Tommen rejoins with his queen, Margaery, who manipulates him into accepting a pact with the Faith. In Braavos, Arya reunites with her past identity, embracing her family’s history and its moral code. No longer No One, Arya Stark braces herself for the blow-back from the Faceless Men. Edmure Tully, Catelyn’s brother and longtime prisoner of the Freys (ever since his Red Wedding), prepares to be sent back to his home at Riverrun as a political hostage. Finally, Daenerys reunites with Drogon and rallies her bloodriders to her cause: the invasion of Westeros.
In one of the most tragic episodes yet, Game of Thrones explores the cost of war. We see it with the Children of the Forest, whom we learn created the White Walkers in a desperate attempt to fight back against the encroaching settlement of men. This was their nuclear option, and as we know now, it likely causes their own extinction. To secure his place on the Salt Throne, Euron Greyjoy murders his own brother and, in this episode, sets out to kill his niece and nephew. Tyrion forges an alliance between Church and State (much like his sister did, to disastrous effect) by inviting the High Priestess of the Red Temple to Meereen, offering her fanatical ministers free rein of the city in order to spread the great word of Queen Daenerys. Arya has to give up her past, her identity, in order to train to become an assassin, though it clearly still haunts her, and her sister Sansa confronts Littlefinger about her rape and torture at the hands of Ramsay Bolton.
Ultimately, though, it is the sacrifice of Summer, the Children of the Forest, the Three-Eyed Raven, and especially Hodor that brings this point home to devastating effect. All along, Hodor’s very life has been enslaved to saving Bran from a certain defeat. In trying to win the battle against the White Walkers—or, at least, not to lose when they’ve only just begun the fight—Bran’s actions lead to the unintended consequence of destroying his friend’s mind, and eventually his life. For Bran, Hodor was probably the greatest cost of war yet, and now he must bear the weight of personal responsibility for his friend’s decades-long psychological maiming and death.
In war, the ends are often used to justify the means, but the costs and consequences of waging war have far-reaching and devastating effects.
In war, death is arbitrary and knows no bounds; the likable die as easily as the unlikable. Though a fantasy, Game of Thrones often draws better historical parallels than true historical fiction; it is raw, real, and complex, just like true times of war. Too often in fiction, protagonists are protected from any real harm even in times of chaos and danger. The risk to them is minimal, the stakes relatively low. One of the greatest conceits of Game of Thrones was established in the first season with Ned Stark’s surprising death: Valar Morghulis, “all men must die,” even your favorites.
In “Mother’s Mercy,” the Season 5 finale, the death toll soars, with many major characters offered up to the God of Death. Ironically, there is no peace or mercy of the Mother in this episode—not for anyone. Viewers were left reeling when the credits rolled on this season as one beloved character’s blood stained the snow, but there may be more to some of these deaths than meets the eye.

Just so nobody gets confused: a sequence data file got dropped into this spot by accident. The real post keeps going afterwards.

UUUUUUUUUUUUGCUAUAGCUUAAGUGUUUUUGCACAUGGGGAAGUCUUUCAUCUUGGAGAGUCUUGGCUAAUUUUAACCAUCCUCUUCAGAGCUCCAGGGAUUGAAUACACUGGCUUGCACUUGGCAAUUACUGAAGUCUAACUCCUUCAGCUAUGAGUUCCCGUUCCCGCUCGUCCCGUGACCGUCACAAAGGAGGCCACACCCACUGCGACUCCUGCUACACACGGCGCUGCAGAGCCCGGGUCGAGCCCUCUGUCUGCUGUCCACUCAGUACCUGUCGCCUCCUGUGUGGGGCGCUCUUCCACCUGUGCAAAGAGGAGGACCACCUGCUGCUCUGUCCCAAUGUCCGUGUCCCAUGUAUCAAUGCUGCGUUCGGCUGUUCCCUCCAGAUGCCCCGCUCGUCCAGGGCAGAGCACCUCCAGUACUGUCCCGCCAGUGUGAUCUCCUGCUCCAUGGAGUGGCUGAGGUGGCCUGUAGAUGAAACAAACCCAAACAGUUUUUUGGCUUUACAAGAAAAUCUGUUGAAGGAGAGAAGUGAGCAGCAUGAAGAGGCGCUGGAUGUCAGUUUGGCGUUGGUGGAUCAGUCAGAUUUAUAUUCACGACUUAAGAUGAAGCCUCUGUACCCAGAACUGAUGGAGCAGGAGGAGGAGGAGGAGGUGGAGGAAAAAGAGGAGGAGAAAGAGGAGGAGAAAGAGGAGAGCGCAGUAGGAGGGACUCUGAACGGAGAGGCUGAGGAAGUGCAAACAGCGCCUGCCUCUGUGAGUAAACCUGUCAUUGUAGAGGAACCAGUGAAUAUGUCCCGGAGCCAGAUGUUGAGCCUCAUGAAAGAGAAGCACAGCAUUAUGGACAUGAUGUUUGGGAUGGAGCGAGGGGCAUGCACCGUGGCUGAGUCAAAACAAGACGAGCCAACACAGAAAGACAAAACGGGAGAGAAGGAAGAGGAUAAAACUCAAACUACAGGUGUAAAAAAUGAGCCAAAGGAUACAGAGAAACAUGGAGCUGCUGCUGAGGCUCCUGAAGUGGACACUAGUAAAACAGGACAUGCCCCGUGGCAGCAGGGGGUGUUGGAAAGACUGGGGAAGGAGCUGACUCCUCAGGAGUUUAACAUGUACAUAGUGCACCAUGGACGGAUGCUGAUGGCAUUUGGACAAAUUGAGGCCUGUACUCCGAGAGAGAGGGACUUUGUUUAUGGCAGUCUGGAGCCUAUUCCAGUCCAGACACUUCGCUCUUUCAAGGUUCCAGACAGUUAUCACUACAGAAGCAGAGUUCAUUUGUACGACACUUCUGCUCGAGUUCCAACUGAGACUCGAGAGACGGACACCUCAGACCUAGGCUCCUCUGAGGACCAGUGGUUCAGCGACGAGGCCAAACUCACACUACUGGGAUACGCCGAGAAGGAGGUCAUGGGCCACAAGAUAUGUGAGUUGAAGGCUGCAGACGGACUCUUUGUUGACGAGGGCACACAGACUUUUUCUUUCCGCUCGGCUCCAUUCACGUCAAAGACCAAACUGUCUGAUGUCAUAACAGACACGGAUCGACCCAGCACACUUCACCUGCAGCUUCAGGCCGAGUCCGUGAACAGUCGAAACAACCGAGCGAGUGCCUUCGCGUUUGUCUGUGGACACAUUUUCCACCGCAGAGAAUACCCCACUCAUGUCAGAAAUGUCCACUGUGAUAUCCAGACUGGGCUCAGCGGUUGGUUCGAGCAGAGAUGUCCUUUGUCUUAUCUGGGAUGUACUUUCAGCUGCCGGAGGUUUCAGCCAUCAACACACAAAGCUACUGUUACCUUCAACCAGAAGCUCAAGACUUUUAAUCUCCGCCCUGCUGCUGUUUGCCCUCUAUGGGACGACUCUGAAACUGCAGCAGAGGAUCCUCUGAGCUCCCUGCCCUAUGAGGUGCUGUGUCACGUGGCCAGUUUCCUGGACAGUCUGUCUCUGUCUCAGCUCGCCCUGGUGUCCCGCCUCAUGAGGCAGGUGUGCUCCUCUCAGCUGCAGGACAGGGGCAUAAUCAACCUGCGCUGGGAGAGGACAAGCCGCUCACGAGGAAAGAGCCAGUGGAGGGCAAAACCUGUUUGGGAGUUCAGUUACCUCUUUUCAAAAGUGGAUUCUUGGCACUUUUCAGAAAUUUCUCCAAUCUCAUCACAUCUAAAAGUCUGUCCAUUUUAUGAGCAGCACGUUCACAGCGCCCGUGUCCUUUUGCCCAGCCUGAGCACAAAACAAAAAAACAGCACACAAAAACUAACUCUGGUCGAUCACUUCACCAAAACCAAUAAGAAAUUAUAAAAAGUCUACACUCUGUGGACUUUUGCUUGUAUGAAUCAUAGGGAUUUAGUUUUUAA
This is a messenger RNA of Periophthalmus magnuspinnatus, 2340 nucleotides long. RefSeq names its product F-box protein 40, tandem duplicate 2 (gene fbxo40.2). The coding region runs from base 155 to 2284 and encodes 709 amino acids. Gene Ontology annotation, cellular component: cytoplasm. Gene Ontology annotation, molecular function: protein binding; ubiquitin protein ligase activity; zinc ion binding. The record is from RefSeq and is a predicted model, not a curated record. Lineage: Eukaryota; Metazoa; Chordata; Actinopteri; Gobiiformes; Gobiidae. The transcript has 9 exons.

War is awful, all-consuming turmoil where death can come on a massive, indiscriminate, and impersonal scale, where friend and foe alike are consumed by the machine of war—in this case, by a dragon’s flames. War is also specific and personal; of the warring factions in the War of the Five Kings, four must die or be destroyed. No one is safe, not even the children.
This episode is named after a Targaryen civil war that took place almost two-hundred years before the events in the show. This war between two factions of the same family pitted a king against a queen for the right to sit on the throne, both of them armed with dragons (hence the “Dance of the Dragons”). The queen, Rhaenyra, was eventually captured and fed to King Aegon II’s dragon in front of her son. However, Aegon II also died from the wounds he sustained during the war, so after all that, neither of them got to rule for long.
As a result of the ambitions of two would-be rulers, cities were sacked and burned to the ground, never to be rebuilt again. King’s Landing was in ruins. Other rival kings across the realm declared their right to rule, resulting in anarchy throughout the land. The Seven Kingdoms took a generation to recover. In just a few years, the dragons were extinct.
“The Dance of Dragons” draws an easy parallel between the Targaryen civil war and the current War of the Five Kings. “Both of them thought they belonged on the Iron Throne,” Shireen retells of the civil war to her father. “When people started declaring for one of them or the other, their fight divided the kingdoms in two. Brothers fought brothers, dragons fought dragons. By the time it was over, thousands were dead, and it was a disaster for the Targaryens as well. They never truly recovered.” War is ruin for cities, species, families, hearts, and minds.
In many ways, Game of Thrones is intensely antiwar. George R.R. Martin was a conscientious objector during the Vietnam War (he worked with the domestic Peace Corps instead), which may seem odd given the abject violence of his novels and the adaptation. However, it’s in this violence where his views are made clear, and this episode was certainly no exception.
“Many in Dorne want war, but I’ve seen war. I’ve seen the bodies piled on the battlefields. I’ve seen the orphans starving in the streets. I don’t want to lead my people into that hell.” – Doran Martell